My photography let me down here, the tiles have a nice mottled effect, which was applied with a sponge and the grouting is far from white, as it appears here.
The other modification, is the raised bed on the left. It comes with a piece of 3mm MDF to raise it above floor level, but as I used a thicker floor, felt it needed raising up a bit more. Really simple to do, a piece of 5mm thick foamcore cut to size, then dried out tea from a teabag glued on top to represent the soil. The foamcore will also be an ideal base to plant into as most of my plants have a wire stem.
A second piece will be made to represent a gravel bed to stand potted plants on, so they can be interchanged.

Next we have a few temporary details being added.

Image

As mentioned above, the soil topped raised bed, will have stuff planted into it, when I get around to making them :) For now though a few exotic plants in pots, which will be used with the gravel bed version.
Not sure about the potting bench at the end yet, I kinda like the idea of having a cupboard or multiple shelves underneath to store junk, so the bench (borrowed from my exhibition display) might yet get replaced.
On the right, or side nearest the camera, will be a shelf, just below window level going the full length of the greenhouse. I did make one from coffee stirrers, but the damned thing kept warping, so I will have to dig out the balsa to make a replacement. The shelf will have even more potted plants, yes I have loads of them. It will also provide a nice space underneath to hoard even more junk. As you might guess, there is still a lot more detailing to do here.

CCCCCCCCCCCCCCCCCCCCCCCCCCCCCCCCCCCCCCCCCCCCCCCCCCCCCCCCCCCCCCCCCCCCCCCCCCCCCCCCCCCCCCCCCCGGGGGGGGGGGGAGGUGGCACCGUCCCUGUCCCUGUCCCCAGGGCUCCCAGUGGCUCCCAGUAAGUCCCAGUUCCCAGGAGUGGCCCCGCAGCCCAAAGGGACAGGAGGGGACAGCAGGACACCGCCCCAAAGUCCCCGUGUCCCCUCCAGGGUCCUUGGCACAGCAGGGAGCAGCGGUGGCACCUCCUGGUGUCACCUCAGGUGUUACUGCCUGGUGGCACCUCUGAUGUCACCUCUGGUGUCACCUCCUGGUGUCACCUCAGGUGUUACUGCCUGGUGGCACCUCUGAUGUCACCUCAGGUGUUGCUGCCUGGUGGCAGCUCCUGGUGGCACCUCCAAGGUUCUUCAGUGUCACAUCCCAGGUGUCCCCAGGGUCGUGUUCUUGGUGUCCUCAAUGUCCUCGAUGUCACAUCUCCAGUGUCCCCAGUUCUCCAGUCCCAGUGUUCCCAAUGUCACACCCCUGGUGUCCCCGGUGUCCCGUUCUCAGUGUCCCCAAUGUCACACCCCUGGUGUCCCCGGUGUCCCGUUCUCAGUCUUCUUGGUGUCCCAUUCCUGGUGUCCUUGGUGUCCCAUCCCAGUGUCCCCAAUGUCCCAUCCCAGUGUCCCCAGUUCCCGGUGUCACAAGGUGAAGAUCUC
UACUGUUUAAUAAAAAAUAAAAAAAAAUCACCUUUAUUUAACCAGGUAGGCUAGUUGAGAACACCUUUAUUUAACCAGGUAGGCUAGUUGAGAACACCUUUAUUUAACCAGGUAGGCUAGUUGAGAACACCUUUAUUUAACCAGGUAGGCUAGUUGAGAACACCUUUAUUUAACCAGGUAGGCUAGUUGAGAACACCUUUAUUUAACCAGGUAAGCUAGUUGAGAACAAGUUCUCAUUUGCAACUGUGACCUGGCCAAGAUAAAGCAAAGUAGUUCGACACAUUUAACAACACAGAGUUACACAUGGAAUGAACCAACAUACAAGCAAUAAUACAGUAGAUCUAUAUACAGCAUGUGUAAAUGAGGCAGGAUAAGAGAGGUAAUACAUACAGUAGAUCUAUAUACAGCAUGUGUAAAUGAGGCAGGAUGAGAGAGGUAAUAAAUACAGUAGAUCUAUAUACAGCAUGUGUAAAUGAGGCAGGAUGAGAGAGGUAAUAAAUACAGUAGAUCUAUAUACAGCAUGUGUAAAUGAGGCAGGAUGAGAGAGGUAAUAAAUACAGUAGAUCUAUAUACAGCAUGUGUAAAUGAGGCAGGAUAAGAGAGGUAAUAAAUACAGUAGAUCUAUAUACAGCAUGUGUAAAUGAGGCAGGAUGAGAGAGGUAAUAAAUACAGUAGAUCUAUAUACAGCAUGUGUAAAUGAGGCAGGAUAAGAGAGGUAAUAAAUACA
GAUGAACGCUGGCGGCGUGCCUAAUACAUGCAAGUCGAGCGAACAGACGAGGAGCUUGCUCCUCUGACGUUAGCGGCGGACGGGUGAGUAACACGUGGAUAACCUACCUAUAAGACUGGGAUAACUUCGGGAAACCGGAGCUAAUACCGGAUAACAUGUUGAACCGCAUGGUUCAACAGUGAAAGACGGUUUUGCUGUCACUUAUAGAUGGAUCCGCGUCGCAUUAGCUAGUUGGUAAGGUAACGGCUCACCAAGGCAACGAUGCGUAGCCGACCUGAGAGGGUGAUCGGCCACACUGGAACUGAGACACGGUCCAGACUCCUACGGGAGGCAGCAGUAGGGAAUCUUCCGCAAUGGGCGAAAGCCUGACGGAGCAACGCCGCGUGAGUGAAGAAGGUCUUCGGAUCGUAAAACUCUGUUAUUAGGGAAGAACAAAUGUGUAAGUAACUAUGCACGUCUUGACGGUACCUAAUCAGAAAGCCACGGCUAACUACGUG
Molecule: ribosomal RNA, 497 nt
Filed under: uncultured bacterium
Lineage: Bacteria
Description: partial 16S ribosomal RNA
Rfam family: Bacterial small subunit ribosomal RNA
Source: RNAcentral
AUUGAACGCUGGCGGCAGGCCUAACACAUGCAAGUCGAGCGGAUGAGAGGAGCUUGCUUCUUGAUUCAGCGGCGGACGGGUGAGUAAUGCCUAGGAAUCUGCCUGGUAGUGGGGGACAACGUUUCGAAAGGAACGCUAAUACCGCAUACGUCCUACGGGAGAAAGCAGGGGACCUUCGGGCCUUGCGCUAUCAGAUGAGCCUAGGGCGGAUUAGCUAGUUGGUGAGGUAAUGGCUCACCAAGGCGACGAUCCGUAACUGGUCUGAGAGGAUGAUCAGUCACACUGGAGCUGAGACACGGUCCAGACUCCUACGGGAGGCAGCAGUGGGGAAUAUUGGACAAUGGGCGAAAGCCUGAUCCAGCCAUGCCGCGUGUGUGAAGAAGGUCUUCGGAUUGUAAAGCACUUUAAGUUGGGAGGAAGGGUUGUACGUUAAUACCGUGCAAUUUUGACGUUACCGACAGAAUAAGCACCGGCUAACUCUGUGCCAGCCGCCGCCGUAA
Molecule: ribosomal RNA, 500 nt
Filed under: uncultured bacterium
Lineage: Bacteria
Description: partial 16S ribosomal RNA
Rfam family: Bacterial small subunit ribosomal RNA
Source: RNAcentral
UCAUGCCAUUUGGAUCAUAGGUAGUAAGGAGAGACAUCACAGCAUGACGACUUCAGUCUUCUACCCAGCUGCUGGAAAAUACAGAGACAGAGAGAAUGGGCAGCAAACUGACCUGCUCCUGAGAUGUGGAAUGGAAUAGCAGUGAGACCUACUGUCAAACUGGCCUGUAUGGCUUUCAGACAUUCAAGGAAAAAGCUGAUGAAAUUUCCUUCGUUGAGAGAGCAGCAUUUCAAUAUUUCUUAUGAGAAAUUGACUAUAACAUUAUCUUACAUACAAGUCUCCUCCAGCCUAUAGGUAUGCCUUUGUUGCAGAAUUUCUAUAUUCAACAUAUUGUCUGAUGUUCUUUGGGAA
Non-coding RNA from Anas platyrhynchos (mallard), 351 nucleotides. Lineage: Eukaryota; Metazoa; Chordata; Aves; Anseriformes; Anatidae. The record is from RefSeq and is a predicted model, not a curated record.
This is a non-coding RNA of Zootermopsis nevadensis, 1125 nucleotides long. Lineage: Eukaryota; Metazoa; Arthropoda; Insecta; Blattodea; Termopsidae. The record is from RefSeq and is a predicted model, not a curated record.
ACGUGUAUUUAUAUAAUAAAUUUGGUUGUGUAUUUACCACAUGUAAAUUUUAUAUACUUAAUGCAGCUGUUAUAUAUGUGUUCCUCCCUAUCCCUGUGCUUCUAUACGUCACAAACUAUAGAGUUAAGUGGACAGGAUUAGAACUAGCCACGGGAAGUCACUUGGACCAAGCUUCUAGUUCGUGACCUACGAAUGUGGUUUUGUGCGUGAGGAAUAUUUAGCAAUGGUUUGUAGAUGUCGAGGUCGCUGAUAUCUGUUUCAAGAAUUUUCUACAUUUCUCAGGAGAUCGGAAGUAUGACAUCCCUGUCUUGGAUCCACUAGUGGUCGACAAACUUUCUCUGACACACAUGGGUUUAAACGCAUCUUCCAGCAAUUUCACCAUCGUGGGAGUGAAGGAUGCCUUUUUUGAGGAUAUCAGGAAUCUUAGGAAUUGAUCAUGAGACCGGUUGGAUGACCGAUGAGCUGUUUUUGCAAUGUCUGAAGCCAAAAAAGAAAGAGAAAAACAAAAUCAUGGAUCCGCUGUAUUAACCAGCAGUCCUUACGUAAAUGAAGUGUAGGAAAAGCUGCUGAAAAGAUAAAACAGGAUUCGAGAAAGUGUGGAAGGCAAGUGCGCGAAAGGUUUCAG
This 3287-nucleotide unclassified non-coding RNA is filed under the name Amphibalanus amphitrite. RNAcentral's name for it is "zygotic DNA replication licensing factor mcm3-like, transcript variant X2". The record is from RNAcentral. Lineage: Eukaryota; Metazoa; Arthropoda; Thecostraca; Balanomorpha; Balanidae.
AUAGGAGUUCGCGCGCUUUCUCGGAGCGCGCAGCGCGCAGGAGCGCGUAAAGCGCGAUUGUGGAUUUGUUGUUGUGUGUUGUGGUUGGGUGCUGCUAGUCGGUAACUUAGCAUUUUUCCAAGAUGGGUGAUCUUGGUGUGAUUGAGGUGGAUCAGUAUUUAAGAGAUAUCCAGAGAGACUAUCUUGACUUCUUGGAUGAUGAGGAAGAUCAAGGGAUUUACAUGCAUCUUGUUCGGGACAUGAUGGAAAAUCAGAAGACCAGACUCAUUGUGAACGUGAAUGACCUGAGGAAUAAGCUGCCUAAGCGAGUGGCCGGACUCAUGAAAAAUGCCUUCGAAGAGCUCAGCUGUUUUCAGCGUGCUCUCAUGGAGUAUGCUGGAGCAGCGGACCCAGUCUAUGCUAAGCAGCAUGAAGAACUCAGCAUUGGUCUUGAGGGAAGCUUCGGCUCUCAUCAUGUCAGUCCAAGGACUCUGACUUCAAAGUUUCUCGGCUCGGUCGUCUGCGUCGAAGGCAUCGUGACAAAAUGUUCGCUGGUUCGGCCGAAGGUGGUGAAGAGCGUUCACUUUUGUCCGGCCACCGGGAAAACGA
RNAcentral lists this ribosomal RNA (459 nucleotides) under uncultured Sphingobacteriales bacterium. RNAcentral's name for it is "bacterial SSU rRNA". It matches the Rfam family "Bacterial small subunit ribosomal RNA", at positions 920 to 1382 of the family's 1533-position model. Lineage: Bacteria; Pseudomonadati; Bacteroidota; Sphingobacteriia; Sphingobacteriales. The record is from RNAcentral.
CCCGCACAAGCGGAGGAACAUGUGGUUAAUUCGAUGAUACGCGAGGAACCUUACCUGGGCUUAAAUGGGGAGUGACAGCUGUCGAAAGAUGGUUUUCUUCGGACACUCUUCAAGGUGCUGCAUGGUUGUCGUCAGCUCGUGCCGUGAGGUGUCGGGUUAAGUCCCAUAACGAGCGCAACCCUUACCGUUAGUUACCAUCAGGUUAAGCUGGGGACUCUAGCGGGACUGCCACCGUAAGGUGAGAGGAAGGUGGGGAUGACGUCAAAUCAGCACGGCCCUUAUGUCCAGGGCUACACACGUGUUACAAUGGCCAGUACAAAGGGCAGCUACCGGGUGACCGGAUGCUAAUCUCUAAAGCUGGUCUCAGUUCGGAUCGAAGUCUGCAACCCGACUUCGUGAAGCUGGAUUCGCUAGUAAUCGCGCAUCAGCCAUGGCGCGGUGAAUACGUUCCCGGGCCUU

Talking of detail, I will finish up today, with a closer view of the potting bench.

Image

Still lots to do with this if I decide to use one of these kits, it looks far too clean and tidy at the moment, but I hope it gives an idea of what is to come.

Anyway, hope you found something interesting in this visit to my miniature greenhouse and maybe found something useful or entertaining.
Steve Bennett

Sidelines

http://www.pepper7.com

User avatar
rjt
'boxer
'boxer
Posts: 9
Joined: Tue Apr 20, 2010 10:40 pm
Location: Isle of Wight, UK
Interests: 16mm -NG & garden railwayscales

help gneeded please

Postby rjt » Wed Apr 25, 2012 6:08 pm

Where can I get a rail bender from, I'm new to this site and thought I'd have a go at a 9mm Pizza using Peco flexitrack , and what is the tightest bend possible. I'm assuming the rail needs to be removed from the sleepers before being bent but is it possible to bend the track without. Is there an 'idiots guide' somewhere that I should read?

Rob (it's a long time since I did any railway modelling ) :?
Rob (but Gnever 'Bob')

User avatar
jacko
True GnATTERbox
True GnATTERbox
Posts: 50
Joined: Tue Aug 18, 2009 9:30 pm
Location: ipswich suffolk